This article was originally published in The Notebook. In August 2020, The Notebook became Chalkbeat Philadelphia.
At Spruance Elementary School in the Oxford Circle neighborhood, immigrant children got a jump start over the summer, learning science and English and bonding with teachers and one another.
“Children who were shy, who couldn’t navigate the language, as they built up English proficiency, they became more and more vocal. The smiles on their faces said it all,” recalled principal Kwand Lang.
At Folk Arts-Cultural Treasures Charter School (FACTS) in Chinatown, students, including immigrant newcomers, played games and learned school rules and expectations during the first two weeks of school. Classwork could wait, said the teachers; community-building was the aim.
“Getting to know your kids and what they need is what’s most important,” said Lucinda Megill, a teacher at FACTS.
And at Eastern College in St. Davids, west of Philadelphia, the multicultural education class is in high demand, said adjunct professor of education Sandra Cerniglia.
“We talk about how students need to be aware of each other’s beliefs and traditions and practices,” she said.
Through efforts large, small or whole-school, educators are finding ways to embrace their newest arrivals from around the world. Such approaches pay off, they say, for all students.
“This school is really a microcosm of what our kids are going to experience,” said Lang.
“You can’t look at the world just as this limited space right here, not in this internet era. The world is at their fingertips. Here, you have every flavor.”
There are 31 languages spoken at Spruance, and about 30 percent of the school’s 1,550 students receive English for Speakers of Other Languages (ESOL) services.
At FACTS, where about two-thirds of students come from homes where a language other than English is spoken, the goal is inclusion. The school opened with the special mission of serving Asian immigrant students.
The message to newcomers, Megill said, is this: “As much as we can, we want you to be with your classmates.” If they’re never in class, she said, “they get this feeling, even at a young age, that there’s something wrong.”
Even the protocol during the first two weeks of school has special value.
“The routines help them know what to expect. It lowers anxiety,” said Megill.
Learning about other people’s cultures is pervasive at FACTS. All students study Mandarin. They learn about the music, dance and traditions of other cultures.
At FACTS, “a good number of teachers and staff speak the language of our students and look like our students,” said Megill, “and that matters.”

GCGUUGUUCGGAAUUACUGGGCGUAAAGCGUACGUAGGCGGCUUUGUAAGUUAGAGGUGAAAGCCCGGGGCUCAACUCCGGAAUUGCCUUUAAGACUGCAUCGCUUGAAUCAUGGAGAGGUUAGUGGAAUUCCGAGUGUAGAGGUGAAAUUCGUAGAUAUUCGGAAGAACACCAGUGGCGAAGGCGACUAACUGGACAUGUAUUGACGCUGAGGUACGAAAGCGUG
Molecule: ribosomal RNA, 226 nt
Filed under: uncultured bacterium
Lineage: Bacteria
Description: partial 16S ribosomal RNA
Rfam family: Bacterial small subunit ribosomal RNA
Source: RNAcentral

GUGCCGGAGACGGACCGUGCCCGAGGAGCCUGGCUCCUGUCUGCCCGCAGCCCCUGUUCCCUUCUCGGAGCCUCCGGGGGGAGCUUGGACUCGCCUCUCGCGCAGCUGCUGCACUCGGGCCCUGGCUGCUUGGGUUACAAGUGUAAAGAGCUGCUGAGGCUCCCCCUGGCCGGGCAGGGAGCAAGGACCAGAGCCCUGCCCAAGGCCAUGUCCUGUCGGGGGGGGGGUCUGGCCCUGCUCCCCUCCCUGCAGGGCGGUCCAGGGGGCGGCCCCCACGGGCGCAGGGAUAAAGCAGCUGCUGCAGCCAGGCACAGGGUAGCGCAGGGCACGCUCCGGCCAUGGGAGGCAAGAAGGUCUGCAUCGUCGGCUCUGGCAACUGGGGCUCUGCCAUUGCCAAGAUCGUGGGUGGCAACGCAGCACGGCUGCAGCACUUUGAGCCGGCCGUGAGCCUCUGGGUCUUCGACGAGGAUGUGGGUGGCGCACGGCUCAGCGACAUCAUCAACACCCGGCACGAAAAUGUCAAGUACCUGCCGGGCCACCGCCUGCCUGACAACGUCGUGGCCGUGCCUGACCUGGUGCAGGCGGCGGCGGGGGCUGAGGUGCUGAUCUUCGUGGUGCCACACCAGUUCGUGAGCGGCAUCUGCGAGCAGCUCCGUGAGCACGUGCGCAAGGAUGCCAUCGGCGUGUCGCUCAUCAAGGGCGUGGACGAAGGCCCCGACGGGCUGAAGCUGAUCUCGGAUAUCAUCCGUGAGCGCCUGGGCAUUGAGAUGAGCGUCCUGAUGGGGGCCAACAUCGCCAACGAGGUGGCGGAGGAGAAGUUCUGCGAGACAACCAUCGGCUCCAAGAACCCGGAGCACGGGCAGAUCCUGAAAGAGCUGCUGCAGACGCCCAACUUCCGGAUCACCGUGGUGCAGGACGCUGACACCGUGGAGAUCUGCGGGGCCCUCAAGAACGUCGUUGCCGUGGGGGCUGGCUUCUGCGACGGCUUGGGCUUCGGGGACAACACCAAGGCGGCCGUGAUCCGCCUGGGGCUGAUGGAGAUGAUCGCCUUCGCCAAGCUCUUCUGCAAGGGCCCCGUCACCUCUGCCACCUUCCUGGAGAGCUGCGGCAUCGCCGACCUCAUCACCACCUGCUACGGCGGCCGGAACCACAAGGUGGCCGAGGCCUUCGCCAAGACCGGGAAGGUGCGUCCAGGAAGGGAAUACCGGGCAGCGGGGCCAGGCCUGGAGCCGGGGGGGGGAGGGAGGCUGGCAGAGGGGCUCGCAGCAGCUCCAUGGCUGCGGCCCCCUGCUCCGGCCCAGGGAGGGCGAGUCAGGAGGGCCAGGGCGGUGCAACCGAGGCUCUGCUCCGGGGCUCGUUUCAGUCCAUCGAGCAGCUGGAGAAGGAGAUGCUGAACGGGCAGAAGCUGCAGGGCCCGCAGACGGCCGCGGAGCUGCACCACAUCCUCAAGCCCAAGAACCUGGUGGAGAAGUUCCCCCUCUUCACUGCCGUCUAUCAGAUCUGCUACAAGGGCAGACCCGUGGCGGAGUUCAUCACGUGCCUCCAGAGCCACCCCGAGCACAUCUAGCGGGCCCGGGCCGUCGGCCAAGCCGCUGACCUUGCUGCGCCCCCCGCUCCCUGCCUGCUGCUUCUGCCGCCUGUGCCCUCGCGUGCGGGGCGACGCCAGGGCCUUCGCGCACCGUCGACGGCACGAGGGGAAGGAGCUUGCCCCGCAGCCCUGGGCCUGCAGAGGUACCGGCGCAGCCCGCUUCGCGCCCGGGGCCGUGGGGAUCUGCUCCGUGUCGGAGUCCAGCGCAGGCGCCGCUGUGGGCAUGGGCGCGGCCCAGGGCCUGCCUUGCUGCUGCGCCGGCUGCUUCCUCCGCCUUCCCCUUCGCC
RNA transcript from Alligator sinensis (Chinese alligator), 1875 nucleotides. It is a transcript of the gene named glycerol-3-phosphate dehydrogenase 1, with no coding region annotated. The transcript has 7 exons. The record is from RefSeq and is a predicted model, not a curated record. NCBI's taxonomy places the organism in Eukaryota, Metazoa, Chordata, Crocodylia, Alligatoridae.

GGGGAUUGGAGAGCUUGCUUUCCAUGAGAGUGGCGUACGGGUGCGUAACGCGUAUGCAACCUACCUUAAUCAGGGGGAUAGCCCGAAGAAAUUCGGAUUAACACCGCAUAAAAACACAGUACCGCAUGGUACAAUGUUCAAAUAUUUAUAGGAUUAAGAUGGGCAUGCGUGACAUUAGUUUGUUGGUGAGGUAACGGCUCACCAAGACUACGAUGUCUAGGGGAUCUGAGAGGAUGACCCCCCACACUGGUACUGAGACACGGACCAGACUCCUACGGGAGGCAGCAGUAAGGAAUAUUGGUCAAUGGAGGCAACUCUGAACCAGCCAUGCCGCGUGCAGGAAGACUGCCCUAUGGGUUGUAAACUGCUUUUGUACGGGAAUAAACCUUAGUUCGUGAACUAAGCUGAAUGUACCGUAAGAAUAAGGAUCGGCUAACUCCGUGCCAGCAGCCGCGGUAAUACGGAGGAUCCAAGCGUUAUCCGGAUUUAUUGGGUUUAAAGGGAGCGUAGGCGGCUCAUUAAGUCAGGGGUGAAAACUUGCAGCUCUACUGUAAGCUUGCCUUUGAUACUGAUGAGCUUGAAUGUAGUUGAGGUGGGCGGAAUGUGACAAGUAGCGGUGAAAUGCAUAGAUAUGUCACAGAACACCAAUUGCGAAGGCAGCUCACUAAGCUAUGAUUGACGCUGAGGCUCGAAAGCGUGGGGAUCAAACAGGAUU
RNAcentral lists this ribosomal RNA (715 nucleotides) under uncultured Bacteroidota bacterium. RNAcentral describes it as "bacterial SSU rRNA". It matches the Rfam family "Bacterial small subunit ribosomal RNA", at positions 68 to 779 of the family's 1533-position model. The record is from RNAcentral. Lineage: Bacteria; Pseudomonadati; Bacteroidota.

That’s the case, too, in District and charter schools where Latino culture is the common denominator and a draw for immigrants. Those schools include Southwark Elementary, Mariana Bracetti, Eugenio Maria de Hostos, Esperanza Academy, Antonia Pantoja and Pan American.
At Spruance, multicultural day in May is the biggest event of the year.
“We eat food from every country. The kids explain the dishes, then we do the sampling,” said Lang.
Cerniglia, at Eastern, is an ESOL teacher in a Montgomery County district and herself an immigrant, arriving from Germany at age 12 speaking German, Spanish and some English. She and her brother were among the few immigrants in their school near Allentown in the 1990s, but the demographics are changing, both in cities and the suburbs.
“And it’s not just one culture, or one ethnicity. We really have great variety in all the schools and children from all sorts of backgrounds,” she said.
Teachers are studying multiculturalism, schools routinely celebrate children’s heritages, and cultural awareness clubs have become an extracurricular option in some schools.
“The population is changing so much,” Cerniglia said, and schools are responding.
Putting the well-being of English language learners at the forefront is essential, the educators agree.
“We need to start where students are, and welcome and appreciate the culture they come from, instead of making them feel like alien fruits,” said Ellen Somekawa, FACTS executive director.
Connie Langland is a freelance education writer who writes frequently for the Notebook.